This is from an editor’s corner that I published in December 2016 as an associate editor at Bioconjugate Chemistry
A few years ago, I wrote a paper with a number of colleagues on using hemostatic nanoparticles to improve survival after blast trauma. It took a sizable team to do the work. One of the interesting things about the team was that the vast majority (5 of 7 authors including the lead and all of the senior authors who directed the project) were women.
The paper drew a certain amount of attention, and writers called asking about the work. Science writers are extraordinary people: they work extremely hard to be both accurate and exciting. After asking about the work, they always asked if I had anything else I would like to include. I pointed out that the team was predominantly female. It never made it into any of the articles.
A short while later, I found out one of my colleagues was doing human interest stories for a news program. I asked her if she’d be interested in the story of a bunch of science chicks who were developing new approaches to treat blast trauma. She was interested and said she would pitch it to her bosses. I never heard back.
I would love for the gender of scientists to not matter. I would love for it to be just about the science. But, it isn’t. Eigenfactor.org is a useful website for digging into publication data. Between 1990 and 2011, 29% of authors on publications in molecular and cellular biology were women. Approximately 33% were first author. However, only 16% of senior authors were women. We see similar trends throughout the ranks in academia.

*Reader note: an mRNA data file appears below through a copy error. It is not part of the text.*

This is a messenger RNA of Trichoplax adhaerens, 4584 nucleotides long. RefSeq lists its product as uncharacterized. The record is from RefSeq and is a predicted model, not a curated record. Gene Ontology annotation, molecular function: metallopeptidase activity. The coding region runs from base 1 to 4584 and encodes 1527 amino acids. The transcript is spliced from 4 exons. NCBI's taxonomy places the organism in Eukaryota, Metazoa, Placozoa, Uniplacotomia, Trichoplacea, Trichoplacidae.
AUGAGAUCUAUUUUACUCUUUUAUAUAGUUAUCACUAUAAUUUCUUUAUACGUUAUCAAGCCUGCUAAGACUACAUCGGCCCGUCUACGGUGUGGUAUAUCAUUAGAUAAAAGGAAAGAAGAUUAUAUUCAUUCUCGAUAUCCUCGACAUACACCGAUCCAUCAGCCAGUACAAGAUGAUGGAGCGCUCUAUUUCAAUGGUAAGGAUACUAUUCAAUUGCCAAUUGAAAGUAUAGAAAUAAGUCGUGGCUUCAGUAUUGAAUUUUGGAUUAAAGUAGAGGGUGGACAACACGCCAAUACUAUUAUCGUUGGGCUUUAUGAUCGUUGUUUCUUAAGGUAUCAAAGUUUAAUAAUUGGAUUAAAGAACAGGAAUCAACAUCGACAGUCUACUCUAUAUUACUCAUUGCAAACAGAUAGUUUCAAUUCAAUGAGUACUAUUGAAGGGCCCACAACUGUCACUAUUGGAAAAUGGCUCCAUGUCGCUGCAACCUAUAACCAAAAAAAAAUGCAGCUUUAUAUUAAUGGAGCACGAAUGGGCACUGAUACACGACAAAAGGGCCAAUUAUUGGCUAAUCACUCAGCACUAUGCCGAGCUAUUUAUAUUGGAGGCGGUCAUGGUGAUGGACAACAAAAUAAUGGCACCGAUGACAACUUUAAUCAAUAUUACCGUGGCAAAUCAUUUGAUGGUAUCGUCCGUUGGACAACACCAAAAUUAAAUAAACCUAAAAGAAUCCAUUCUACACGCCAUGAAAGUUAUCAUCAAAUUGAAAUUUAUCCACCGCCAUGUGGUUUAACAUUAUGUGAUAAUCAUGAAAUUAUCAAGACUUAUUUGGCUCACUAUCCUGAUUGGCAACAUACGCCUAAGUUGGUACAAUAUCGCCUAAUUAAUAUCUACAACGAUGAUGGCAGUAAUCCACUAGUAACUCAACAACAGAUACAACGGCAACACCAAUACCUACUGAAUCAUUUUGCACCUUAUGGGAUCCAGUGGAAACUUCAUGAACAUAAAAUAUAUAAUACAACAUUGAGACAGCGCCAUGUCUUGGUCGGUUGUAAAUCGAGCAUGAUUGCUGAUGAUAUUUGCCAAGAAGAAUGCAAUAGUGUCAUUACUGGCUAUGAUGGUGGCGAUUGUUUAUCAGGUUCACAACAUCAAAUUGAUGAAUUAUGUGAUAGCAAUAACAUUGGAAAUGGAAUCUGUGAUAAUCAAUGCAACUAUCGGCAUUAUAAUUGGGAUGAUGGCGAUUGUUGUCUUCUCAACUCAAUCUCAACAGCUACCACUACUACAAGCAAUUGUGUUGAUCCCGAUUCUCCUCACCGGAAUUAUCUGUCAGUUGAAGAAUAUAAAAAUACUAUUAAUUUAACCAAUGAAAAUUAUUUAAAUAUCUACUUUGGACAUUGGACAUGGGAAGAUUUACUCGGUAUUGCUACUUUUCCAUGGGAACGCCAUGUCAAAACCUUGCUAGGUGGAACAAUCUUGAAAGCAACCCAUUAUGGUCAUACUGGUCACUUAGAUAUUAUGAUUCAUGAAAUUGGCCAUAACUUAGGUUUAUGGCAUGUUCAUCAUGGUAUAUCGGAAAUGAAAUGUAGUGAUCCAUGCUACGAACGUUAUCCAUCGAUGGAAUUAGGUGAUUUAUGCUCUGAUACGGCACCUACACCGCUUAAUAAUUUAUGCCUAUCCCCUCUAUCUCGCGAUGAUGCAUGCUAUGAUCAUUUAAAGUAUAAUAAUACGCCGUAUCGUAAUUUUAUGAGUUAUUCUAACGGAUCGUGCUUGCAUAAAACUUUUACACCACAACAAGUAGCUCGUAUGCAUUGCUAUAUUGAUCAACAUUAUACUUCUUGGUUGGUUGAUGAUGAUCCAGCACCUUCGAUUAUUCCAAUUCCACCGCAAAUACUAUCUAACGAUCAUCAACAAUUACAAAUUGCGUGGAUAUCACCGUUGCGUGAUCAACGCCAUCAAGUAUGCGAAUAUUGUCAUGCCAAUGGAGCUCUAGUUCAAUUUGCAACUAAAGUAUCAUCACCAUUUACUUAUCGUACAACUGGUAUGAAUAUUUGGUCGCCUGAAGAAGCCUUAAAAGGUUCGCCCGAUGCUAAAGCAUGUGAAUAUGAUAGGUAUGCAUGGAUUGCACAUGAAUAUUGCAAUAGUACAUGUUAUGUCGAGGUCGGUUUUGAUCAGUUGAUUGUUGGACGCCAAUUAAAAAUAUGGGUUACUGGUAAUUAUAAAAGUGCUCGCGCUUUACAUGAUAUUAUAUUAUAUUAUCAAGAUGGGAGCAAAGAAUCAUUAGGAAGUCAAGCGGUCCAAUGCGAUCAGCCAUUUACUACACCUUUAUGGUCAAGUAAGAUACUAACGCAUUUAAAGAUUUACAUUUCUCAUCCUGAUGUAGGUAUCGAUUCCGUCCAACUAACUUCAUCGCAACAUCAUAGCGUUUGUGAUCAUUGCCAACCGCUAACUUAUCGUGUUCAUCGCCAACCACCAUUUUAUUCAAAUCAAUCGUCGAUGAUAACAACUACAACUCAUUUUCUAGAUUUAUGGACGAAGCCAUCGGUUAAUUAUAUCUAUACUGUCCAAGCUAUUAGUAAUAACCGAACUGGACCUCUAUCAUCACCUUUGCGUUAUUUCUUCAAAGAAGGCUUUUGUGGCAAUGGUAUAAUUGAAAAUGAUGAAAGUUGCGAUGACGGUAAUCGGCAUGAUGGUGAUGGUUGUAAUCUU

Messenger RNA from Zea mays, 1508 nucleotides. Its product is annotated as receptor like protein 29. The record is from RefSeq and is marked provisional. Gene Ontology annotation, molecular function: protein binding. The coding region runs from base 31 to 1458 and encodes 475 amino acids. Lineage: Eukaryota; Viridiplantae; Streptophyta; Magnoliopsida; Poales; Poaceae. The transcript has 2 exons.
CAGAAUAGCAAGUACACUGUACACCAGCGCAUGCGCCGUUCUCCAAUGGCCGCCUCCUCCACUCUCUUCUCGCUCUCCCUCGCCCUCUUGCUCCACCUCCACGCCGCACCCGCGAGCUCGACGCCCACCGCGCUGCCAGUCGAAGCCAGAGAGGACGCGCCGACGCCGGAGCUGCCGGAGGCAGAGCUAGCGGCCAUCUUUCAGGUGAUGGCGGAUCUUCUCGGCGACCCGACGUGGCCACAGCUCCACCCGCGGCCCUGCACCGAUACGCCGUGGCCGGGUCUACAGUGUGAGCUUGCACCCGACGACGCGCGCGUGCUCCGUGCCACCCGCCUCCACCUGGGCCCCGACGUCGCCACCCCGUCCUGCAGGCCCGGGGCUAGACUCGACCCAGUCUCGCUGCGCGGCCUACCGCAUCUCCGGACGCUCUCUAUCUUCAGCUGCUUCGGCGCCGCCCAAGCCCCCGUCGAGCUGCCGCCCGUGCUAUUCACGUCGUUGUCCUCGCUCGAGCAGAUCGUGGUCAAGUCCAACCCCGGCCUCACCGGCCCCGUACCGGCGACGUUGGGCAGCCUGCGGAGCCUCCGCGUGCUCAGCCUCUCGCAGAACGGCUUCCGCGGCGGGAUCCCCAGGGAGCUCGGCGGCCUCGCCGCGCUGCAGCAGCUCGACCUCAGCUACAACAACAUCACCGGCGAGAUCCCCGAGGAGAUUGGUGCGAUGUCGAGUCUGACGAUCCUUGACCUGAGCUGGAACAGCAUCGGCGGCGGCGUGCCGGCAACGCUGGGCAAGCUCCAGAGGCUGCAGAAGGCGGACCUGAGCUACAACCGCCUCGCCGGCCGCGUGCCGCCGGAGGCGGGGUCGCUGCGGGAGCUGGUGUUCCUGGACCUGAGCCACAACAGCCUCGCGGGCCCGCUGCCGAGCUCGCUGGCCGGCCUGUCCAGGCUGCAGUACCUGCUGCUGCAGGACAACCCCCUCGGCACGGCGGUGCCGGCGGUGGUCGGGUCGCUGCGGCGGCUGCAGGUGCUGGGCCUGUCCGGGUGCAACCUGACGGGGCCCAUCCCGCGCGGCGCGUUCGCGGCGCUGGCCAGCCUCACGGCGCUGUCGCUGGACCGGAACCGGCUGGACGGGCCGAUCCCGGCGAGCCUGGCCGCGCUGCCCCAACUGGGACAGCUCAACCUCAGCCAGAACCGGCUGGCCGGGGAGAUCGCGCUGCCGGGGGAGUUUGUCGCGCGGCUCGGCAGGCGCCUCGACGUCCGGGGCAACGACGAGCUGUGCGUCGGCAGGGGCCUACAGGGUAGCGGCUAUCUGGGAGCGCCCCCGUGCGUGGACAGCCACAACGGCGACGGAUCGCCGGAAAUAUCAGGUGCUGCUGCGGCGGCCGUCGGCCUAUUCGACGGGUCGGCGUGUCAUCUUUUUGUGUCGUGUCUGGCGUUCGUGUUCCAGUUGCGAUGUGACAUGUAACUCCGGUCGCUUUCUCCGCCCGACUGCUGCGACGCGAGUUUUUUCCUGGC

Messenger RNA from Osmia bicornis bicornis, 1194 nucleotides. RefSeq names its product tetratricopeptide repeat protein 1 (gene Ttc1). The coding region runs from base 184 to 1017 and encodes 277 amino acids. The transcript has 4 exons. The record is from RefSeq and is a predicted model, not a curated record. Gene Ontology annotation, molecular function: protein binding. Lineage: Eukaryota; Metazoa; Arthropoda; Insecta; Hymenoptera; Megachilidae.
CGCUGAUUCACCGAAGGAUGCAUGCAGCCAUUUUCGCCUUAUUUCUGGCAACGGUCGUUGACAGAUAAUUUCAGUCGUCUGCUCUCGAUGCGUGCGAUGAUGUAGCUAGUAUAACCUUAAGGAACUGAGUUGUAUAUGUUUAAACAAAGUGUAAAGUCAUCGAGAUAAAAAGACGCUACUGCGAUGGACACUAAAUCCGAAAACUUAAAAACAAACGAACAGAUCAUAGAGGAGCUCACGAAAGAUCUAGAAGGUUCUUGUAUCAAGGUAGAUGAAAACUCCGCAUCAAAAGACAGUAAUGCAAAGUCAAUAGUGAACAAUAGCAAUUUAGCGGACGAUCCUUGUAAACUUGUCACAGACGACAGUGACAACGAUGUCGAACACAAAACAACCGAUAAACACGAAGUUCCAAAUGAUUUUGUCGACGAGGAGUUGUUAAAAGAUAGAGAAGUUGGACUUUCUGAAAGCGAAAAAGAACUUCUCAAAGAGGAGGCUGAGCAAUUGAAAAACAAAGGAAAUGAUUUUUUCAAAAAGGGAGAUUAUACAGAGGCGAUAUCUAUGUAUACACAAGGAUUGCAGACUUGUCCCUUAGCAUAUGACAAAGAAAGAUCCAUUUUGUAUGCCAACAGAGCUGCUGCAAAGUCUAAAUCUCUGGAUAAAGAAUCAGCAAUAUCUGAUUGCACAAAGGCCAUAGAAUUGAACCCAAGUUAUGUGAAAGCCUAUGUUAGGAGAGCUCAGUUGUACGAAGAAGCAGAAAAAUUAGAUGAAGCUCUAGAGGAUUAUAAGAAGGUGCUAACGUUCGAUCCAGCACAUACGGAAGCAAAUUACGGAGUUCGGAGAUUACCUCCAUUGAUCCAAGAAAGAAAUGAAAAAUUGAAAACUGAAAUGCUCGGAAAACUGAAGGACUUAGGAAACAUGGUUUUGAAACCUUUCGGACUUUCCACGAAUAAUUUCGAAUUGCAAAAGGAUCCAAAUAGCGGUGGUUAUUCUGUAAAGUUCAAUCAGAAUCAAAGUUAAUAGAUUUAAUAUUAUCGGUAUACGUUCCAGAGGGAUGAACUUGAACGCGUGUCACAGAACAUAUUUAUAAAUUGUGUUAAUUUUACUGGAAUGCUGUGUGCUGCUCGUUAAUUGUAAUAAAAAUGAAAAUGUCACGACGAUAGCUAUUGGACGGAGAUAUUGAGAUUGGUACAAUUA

Many have argued that these statistics represent women’s choices. I find it fascinating that whenever we see a population underrepresented in a field, we blame that group for its poor representation. I once had a dean ask me what the appropriate number of women in a department would be. I didn’t have the guts of Justice Ruth Bader Ginsberg to state that all of them should be women. I suggested that it should be the same percentage as the percentage of women who got PhDs in our field. In engineering in 2014, 19% of the PhDs awarded were to women, according to NSF. I was told that was an impossibly high number. Women do not want to be faculty, and we should adjust the numbers accordingly. What, then, would be a good number?
The PhD is incredibly empowering. When academia does it right, students come in with some knowledge and learn how to build on that to be independent scientists who can ask their own questions and search for their own answers. Here’s the problem: once you start asking questions, it is hard to stop. Why aren’t there more women on the faculty? Why is it always blamed on the women who “Just don’t want to be professors”? As researchers, we should look more broadly and consider all the options.
I want to work with people who care about science and work hard. Those two qualities do not correlate with a particular gender. Sure, I have students who have a natural affinity for pathways or MATLAB or synthesis, but none of those affinities can be generalized to gender, race, ethnicity, orientation, or any other perceived component of a person.